Ohio State Set To Appoint First Woman President

By ANDREW WELSH-HUGGINS, AP Statehouse Correspondent

COLUMBUS, Ohio (AP) - Ohio State University trustees voted unanimously Thursday morning to hire the university's first woman president after a nationwide search of only six weeks.

Six of the nine trustees were present at the meeting to appoint Karen Holbrook, senior vice president for academic affairs and provost at the University of Georgia, to lead the nation's second-largest campus. Three trustees were traveling but supported the measure through board Chairman James Patterson.

Holbrook will begin Oct. 1 with a salary of $325,000.

"It would be very hard to be any more excited than I am right now," Holbrook said as she was introduced by Patterson.

Holbrook will replace former Ohio State President William Kirwan who left the job last month after four years to become chancellor at the University of Maryland.

She was selected from a pool of more than 100 candidates, said Lee Tashjian, Ohio State vice president for university relations.

He said she is a likable person who will also be a firm leader.

"She has a way of bringing people together," he said. "She's a coalition builder, a consensus builder. I think she just has a great mix of personality characteristics and leadership skills that will serve her very, very well here."

Holbrook, 59, the Georgia school's second-ranking administrator, was a dean and anatomy professor at the University of Florida before going to Georgia in 1998. She is a cell biologist who specializes in embryonic development of human skin.

Holbrook has been a finalist or under consideration in presidential searches at three other universities recently, including the University of Kentucky last year, the University of Alabama in May and Arizona State University in March.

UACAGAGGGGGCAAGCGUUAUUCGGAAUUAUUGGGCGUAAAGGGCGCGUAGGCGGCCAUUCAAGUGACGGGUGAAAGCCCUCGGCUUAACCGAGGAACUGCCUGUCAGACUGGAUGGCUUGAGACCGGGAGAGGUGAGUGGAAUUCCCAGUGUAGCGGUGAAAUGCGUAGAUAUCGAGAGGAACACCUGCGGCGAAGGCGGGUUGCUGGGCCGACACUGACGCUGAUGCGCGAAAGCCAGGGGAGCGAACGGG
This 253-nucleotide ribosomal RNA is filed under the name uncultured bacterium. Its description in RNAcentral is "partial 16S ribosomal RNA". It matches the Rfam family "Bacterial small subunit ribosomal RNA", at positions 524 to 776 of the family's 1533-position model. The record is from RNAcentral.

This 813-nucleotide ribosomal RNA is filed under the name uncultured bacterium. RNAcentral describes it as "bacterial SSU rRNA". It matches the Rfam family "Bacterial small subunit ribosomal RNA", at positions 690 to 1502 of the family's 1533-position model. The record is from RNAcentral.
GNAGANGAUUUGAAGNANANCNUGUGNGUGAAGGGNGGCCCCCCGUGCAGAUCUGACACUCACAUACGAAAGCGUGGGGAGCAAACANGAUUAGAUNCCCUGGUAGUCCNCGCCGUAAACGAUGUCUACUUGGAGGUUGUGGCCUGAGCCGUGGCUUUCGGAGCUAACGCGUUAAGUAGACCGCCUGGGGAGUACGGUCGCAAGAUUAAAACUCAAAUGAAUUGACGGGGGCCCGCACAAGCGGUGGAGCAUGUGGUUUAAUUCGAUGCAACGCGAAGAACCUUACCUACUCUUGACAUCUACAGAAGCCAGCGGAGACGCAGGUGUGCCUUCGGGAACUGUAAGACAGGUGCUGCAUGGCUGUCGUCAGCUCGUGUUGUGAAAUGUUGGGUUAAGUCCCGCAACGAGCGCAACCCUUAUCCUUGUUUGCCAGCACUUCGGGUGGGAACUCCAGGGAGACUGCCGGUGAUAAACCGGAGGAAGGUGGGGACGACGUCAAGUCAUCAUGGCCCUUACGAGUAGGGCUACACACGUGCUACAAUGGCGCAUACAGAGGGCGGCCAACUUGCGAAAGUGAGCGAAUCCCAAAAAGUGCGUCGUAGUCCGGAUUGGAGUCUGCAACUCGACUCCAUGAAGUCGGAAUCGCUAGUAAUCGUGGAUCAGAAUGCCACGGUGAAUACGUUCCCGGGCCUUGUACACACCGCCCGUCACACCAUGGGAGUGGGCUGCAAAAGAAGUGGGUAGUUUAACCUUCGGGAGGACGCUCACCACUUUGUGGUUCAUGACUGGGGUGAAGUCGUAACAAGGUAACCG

She is a well-regarded administrator and researcher with the skill to direct the numerous groups that make up a university, said Bill Luttge, executive director of the McKnight Brain Institute at the University of Florida.

"She clearly understands science but also knows how to temper that with a strong appreciation for the nonscience pursuits at a major university," Luttge said.

With government funding eroded, the Ohio State hopes to earn more money by spending more on cutting-edge science, including building a $145 million Biomedical Research Tower.

Establishing Ohio State as a leader in biomedical research is part of an academic plan that also seeks better and higher-paid professors and smarter students.

Holbrook will join two other women who lead Big Ten universities and one other woman who leads a public, four-year Ohio university.

"She's quite a leader," said Neil Sullivan, dean of the College of Liberal Arts and Science at the University of Florida. "One of the things about Karen is she inspires confidence -- she reaches out to people, listens to everybody's views, brings people together in ways not everyone can."

Holbrook was also an associate dean for scientific affairs and a biology professor at the University of Washington School of Medicine.

She earned bachelor's and master's degrees at the University of Wisconsin and her doctorate in biological structure at the University of Washington.

The University of Georgia has an enrollment of about 31,000, including 24,000 undergraduates, and annual budget of about $1.1 billion.

Ohio State, the state's largest public university, enrolls about 55,000 students, including about 48,000 on the Columbus campus. Only the University of Texas at Austin is larger.

Ohio State has a budget of about $2.5 billion and has branch campuses in Newark, Lima, Mansfield and Marion. Holbrook is also skilled at dealing with funding issues, Luttge said.

That's an issue in Ohio, where last fall, Gov. Bob Taft and lawmakers cut higher education's 2002 budget by $120 million -- $28 million at Ohio State.

(Copyright 2002 by The Associated Press. All Rights Reserved.)